What's a Pulsar

When a massive star, exhausted it's nuclear fuel, ends it's life, a supernova explosion (see animation) takes place and a compact remnant is left. This object, called Neutron Star, has a radius of about 10 kilometers and rougly one and a half times the mass of the Sun (whose radius is 700.000 km). A Neutron Star hence is the cinder left when a giant star burns out and collapses on itself. Gravity overwhelms the electronic force that separates atoms from each other and crushes them into a mass ten trillion times denser than a lead brick. A single teaspoonful of neutron star material weighs as much as a mountain!

Because of the angular momentum conservation, the same principle on the basis of which an ice skater spins more rapidly bringig the arms near the body (see the animation), the collapsed star, having drastically reduced its radius, borns with a extremely high rotational period.

Pulsars (pulsarting radio sources) are rapidly spinning, higly magnetized Neutron Stars emitting a collimated beam of radio waves.

Lighthouse model

The radio emission, arising from the magnetic poles, is beamed and, if the magnetic axis is not alligned to the rotational axis, the Neutron Star behaves as a lighthouse and an observer on the Earth sees a pulse of radio waves.

A Brief History of Radio Pulsars

The first radio pulsar was discovered in 1967 by Jocelyn Bell, a research student at the Cambridge University, and her thesis supervisor Anthony Hewish (awarded with the Nobel prize for Physics in 1974) during an experiment on the scintillation produced by the interplanetary medium on extragalactic radiosources.

PSR B1919+21 PSR B1919+21
Discovery observations of the first pulsar.
(a) The first recording of PSR B1919+21; the signal resembled
to radio interference also seen on the same plot.
(b) Fast chart recording showing individual pulses.

This object showed regular pulses with a repetition period of 1.337 seconds, lasting few hundredths of second. The short duration of the pulses was indicative of the fact that the emitting object should have a diameter D of some thousandth of kilometers at most (from the so called causality argument D < c x T - where c is the speed of light - that links the duration T of the signal to the size D of the source of emission). At first, because of the small inferred size and of the regularity of the pulses, the hypothesis that this could be a signal from an extraterrestrial integlligence was taken into account and the first pulsar was nicknamed LGM1 (for Little Green Man 1). Very soon professor Hewish and miss Bell understood that this couldn't be an artificial signal, first of all because three more similar recordings were found in different positions of the sky and secondly because there was no evidence of an orbital motion of the emitting object which would have been seen if it was a message sent from an extraterrestrial planet orbiting it's sun.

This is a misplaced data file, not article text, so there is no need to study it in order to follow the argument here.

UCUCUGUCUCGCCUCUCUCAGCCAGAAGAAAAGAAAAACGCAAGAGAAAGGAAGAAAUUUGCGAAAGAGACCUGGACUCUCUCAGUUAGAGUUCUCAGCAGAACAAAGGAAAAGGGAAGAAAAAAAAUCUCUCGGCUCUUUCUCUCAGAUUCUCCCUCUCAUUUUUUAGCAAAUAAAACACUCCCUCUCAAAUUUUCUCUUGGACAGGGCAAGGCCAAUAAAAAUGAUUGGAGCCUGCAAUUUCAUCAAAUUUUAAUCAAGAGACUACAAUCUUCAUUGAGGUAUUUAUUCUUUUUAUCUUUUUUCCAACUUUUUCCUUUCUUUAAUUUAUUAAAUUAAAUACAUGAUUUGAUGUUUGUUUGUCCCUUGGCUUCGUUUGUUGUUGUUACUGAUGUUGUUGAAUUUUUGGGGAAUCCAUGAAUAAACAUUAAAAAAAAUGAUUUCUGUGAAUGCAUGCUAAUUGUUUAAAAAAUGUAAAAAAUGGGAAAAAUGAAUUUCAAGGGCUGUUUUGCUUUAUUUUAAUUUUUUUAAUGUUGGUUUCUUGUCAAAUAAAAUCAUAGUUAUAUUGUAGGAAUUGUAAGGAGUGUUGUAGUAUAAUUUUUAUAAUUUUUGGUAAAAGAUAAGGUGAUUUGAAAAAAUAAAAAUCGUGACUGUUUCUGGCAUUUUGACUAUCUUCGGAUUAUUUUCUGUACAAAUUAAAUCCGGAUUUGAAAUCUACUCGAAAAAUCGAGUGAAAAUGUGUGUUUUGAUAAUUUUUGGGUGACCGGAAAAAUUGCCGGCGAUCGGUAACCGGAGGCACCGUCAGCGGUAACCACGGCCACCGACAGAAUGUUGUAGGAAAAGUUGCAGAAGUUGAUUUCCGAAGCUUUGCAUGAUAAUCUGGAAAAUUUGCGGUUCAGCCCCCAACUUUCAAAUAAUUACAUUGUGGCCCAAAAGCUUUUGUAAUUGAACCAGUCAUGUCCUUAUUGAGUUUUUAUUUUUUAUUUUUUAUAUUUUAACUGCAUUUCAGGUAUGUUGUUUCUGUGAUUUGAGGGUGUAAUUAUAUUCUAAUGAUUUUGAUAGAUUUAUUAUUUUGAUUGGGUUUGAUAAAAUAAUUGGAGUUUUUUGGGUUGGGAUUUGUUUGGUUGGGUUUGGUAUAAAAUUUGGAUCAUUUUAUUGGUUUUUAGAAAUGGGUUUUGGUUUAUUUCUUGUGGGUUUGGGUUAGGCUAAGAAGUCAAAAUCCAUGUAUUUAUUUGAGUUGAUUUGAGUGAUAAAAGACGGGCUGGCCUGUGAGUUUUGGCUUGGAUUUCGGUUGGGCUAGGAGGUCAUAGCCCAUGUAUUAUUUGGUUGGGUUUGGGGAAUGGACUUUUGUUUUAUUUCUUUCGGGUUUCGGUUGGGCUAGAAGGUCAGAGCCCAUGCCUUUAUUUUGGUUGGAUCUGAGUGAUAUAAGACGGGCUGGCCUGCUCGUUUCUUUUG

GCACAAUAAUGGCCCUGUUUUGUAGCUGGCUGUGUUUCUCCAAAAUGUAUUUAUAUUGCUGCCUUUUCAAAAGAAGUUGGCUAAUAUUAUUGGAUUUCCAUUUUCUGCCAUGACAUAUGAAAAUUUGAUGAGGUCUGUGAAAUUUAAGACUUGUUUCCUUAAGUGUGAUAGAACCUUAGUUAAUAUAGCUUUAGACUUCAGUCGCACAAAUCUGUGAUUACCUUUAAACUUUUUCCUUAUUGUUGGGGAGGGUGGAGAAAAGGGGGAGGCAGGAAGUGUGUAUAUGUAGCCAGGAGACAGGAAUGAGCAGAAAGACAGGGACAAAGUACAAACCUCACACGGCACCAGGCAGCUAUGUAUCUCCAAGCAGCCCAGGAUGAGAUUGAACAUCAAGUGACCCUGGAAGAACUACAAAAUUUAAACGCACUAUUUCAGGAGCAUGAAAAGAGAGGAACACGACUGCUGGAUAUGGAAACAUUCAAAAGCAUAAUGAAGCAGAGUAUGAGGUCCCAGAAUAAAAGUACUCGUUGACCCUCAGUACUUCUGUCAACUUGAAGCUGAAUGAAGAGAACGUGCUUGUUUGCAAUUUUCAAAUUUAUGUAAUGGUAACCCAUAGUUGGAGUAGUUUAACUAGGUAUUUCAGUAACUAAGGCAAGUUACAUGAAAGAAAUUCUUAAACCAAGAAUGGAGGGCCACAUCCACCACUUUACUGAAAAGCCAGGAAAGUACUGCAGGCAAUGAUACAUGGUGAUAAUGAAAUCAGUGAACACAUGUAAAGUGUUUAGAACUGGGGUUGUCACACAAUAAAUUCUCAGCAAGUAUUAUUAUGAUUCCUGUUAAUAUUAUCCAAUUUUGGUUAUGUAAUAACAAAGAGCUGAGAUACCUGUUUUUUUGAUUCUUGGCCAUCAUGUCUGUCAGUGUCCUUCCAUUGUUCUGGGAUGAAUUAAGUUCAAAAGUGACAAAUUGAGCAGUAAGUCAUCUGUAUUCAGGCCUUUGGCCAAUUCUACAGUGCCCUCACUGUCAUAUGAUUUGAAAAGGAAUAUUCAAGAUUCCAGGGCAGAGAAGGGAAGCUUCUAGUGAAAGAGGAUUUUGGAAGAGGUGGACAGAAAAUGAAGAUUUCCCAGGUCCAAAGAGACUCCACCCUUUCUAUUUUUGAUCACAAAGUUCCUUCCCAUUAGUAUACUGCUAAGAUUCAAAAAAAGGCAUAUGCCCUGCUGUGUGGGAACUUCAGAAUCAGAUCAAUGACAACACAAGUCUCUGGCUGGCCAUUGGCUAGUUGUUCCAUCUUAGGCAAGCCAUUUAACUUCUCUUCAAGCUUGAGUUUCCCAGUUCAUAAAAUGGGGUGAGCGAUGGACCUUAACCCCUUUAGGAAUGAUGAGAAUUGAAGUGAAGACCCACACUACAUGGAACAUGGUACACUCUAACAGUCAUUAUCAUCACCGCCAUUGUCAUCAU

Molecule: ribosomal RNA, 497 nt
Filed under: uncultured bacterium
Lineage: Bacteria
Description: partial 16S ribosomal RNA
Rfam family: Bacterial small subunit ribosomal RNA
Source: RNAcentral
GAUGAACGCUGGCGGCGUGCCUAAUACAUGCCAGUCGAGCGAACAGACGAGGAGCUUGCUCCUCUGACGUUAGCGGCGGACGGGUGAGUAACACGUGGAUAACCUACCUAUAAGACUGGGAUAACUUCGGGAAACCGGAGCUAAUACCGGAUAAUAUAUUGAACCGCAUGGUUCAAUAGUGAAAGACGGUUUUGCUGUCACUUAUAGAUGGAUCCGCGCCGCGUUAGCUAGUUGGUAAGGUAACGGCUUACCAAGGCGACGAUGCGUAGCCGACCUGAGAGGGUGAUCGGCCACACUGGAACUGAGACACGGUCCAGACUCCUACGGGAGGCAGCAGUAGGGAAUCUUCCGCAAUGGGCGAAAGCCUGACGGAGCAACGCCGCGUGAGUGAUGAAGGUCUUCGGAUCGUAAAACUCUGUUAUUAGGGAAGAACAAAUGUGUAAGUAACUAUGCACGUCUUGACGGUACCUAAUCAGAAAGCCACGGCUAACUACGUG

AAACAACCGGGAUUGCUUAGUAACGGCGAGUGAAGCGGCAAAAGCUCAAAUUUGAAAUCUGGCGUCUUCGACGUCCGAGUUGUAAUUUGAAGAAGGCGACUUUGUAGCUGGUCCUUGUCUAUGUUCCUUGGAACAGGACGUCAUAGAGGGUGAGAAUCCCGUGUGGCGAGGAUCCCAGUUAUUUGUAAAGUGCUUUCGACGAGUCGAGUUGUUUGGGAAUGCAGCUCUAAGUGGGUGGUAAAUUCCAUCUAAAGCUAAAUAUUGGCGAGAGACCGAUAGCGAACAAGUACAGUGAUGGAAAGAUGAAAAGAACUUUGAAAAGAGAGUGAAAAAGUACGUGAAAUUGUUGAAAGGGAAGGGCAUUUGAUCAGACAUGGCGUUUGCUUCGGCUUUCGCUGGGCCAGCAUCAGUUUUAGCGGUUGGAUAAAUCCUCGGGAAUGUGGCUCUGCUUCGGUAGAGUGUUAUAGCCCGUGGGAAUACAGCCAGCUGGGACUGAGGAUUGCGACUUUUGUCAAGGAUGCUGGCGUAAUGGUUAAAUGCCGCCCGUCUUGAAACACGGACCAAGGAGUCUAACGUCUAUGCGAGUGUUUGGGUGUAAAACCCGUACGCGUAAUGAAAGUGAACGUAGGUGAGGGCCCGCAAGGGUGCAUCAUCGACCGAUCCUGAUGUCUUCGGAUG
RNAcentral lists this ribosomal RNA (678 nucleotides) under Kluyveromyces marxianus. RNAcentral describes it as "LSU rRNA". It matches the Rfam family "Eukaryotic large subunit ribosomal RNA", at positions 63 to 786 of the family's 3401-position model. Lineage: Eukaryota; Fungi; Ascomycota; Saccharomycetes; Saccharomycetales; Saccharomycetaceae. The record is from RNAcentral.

Optical Crab X-Ray Crab Radio Pulses Crab
(1) The Crab Nebula seen from the VLT (Very Large Telescope, in Chile)
(2) The Crab Nebula seen by Chandra X-ray Satellite
(3) The radio pulse profile of the Crab pulsar.

The attention then moved to small size stellar object: white dwarfs, whose radius is about few hundredths of kilometers, or neutron stars, whose existence was postulated since 1932 but never observationally verified. The ultimate evidence that pulsars were indeed neutron stars came from the discovery, a year later, of the pulsar in the Crab Nebula, a supernova remnant that Franco Pacini, in 1967 (before the Bell & Hewish discovery) theorized that could be powered by a rotating magnetized neutron star! Also, the short period of the Crab pulsar (only 33 milliseconds) ruled out the white dwarf hypothesis: at this rotational speed an object such that would be disrupted by the centrifugal force overwhelming the gravity.

Last update: 13-Jan-2006